However, simplifications exist for employees who work more frequently in several European countries. If an employee or self-employed person carries out his or her regular gainful activity in two or more member states of the European Union, he or she can apply for an A1 certificate valid for one year. A regular gainful activity already exists if the employee or self-employed person works abroad one day per month or five days per quarter.
There are also simplifications for so-called “cross-border commuters”. These are persons who go to work in a neighboring country of their country of residence. With an A1 certificate template, these cross-border commuters can prove that they are not subject to social security contributions in their country of residence.
In individual cases, it may happen that employees work abroad for a period longer than 24 months. In this case, under certain circumstances, German social security law can continue to be applied and an exceptional agreement can be reached with the relevant office abroad. In Germany, the GKV-Spitzenverband of the German Liaison Office for Health Insurance – Abroad (DVKA) is responsible for such exceptional cases.
Where and how can I apply for the A1 certificate?
Persons who are compulsorily or voluntarily insured in the statutory health insurance fund receive the A1 certificate from their health insurance fund. Privately insured persons and civil servants apply for the certificate at the German Pension Insurance.
Electronic application procedure
Since the beginning of 2019, it has been mandatory to apply for the A1 certificate via an electronic application procedure. An exception applies to self-employed persons and persons who usually work in several European countries. They can submit the application in paper form. For data protection reasons, applications for an A1 certificate may not be submitted by e-mail.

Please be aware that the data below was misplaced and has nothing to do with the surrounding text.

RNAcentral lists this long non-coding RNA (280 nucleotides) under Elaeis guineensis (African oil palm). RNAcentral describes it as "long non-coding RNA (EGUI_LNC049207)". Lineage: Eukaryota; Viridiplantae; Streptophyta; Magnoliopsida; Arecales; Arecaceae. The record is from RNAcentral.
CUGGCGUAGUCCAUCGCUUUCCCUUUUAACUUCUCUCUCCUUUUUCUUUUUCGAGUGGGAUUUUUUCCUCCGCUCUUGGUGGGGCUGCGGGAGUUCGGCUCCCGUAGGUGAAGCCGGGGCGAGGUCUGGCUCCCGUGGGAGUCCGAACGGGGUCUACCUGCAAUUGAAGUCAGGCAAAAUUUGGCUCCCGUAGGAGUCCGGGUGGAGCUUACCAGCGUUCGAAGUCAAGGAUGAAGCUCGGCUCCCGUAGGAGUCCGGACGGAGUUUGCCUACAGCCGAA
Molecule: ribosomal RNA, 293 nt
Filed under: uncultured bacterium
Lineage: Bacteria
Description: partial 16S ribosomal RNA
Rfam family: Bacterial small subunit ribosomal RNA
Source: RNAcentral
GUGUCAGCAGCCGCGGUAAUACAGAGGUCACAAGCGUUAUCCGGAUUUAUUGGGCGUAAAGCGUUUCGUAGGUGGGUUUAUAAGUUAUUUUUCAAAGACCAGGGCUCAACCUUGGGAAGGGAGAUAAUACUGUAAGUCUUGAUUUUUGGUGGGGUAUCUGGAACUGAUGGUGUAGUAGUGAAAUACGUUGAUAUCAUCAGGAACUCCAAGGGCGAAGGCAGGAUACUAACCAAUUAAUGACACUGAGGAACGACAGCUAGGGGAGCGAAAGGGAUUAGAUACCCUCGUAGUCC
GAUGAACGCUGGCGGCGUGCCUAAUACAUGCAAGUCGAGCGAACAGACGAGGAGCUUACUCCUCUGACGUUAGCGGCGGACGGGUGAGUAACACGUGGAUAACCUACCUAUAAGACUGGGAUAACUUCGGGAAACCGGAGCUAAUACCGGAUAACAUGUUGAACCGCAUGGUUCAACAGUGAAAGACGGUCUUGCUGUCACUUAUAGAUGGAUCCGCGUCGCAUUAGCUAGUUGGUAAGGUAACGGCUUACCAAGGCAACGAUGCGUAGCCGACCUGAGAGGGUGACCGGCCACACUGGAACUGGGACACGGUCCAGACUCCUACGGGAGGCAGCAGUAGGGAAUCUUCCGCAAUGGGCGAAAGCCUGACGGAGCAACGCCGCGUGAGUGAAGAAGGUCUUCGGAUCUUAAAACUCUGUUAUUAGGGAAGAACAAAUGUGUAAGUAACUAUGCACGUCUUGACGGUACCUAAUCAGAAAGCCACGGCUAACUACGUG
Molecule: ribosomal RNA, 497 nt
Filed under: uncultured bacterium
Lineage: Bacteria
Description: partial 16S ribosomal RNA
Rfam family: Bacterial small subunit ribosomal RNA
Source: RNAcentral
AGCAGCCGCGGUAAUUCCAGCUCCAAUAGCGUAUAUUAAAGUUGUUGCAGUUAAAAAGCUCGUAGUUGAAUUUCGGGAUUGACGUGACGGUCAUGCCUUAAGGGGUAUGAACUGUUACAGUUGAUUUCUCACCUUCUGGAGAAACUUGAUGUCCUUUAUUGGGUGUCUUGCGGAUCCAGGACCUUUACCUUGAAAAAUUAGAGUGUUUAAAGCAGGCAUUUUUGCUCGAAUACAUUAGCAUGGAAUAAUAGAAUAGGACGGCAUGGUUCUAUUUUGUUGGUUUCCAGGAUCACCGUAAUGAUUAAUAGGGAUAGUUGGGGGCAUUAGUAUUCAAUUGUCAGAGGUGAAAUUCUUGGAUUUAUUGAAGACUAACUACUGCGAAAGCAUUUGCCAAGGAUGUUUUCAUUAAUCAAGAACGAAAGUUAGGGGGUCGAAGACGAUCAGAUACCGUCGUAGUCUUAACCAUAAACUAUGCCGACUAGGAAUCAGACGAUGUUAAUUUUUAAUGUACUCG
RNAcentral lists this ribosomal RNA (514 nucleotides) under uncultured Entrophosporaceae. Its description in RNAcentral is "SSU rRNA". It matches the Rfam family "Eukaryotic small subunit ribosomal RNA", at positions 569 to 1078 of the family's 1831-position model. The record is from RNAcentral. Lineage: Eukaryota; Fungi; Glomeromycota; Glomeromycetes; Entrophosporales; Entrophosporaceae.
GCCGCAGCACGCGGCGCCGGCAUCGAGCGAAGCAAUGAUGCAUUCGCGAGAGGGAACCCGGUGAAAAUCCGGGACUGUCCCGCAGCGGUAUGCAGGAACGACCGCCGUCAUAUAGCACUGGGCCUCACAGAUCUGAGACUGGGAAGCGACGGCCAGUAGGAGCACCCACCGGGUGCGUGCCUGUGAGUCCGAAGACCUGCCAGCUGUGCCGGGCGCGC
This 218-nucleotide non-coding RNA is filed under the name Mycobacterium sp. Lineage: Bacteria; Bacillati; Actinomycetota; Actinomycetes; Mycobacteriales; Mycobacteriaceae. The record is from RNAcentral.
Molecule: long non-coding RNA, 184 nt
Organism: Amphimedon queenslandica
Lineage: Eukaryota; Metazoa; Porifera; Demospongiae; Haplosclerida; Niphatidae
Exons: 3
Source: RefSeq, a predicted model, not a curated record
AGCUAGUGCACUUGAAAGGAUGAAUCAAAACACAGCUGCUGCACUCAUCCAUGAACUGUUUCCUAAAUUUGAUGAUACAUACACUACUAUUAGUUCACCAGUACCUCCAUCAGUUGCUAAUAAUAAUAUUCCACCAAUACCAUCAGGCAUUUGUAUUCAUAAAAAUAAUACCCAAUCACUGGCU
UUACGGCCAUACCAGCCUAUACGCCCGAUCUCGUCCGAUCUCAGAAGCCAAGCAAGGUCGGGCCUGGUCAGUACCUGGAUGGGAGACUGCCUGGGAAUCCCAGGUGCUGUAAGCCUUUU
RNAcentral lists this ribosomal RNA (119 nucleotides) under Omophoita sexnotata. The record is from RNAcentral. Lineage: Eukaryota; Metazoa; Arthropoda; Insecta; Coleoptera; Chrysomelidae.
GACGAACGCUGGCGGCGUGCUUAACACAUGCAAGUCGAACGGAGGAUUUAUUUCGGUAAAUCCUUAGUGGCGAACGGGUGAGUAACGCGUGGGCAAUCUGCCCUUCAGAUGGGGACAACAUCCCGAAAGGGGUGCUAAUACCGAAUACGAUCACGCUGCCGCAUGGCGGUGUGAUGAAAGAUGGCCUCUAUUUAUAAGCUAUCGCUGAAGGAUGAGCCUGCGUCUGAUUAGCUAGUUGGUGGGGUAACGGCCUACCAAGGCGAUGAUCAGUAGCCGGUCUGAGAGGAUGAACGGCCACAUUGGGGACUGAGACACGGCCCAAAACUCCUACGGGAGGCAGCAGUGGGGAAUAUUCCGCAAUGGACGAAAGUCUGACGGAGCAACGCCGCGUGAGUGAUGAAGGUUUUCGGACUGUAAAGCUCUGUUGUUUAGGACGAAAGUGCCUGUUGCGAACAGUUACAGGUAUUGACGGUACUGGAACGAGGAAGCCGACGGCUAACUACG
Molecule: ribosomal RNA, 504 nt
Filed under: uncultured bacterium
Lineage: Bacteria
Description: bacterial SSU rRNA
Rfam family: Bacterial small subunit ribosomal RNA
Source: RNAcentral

For employees and civil servants, the employer handles the application. A1 certificates for self-employed persons are issued directly by the office responsible for them, i.e. the health insurance or pension insurance institution.
Duration of issuance
The issuance of an A1 certificate usually takes several days. An A1 certificate from a health insurance company has a prescribed processing time of three working days. Employees who must leave unexpectedly for a trip abroad should therefore be sure to take the application with them so that they have proof with them in the event of an inspection.
Costs of a certificate
Finally, an important note about the costs: The health and pension insurance institutions in Germany do not charge any fees for the issuance of an A1 certificate.
What happens if an A1 certificate is missing?
For many years, the authorities in the EU were quite lax in their handling of the A1 certificate. However, controls are gradually increasing and employees who are caught abroad without a valid A1 certificate are threatened with fines.
All EU countries as well as Iceland, Liechtenstein, Norway, Switzerland and the United Kingdom can require foreign employees to prove that they have an A1 certificate.
If this is not successful, a fine of between 1,000 and 10,000 euros per employee may be due in individual cases. If several employees are caught without a valid A1 certificate during a check, the fines are added together.
Obligations of the employer
In general, the employee must pay the fine himself. However, the following also applies in this case: No rule without exception. In fact, it is the employer’s duty of care for its employees to inform them of their obligations in connection with work stays abroad.
To put it simply, the employer has a duty to inform his employees about a required certificate.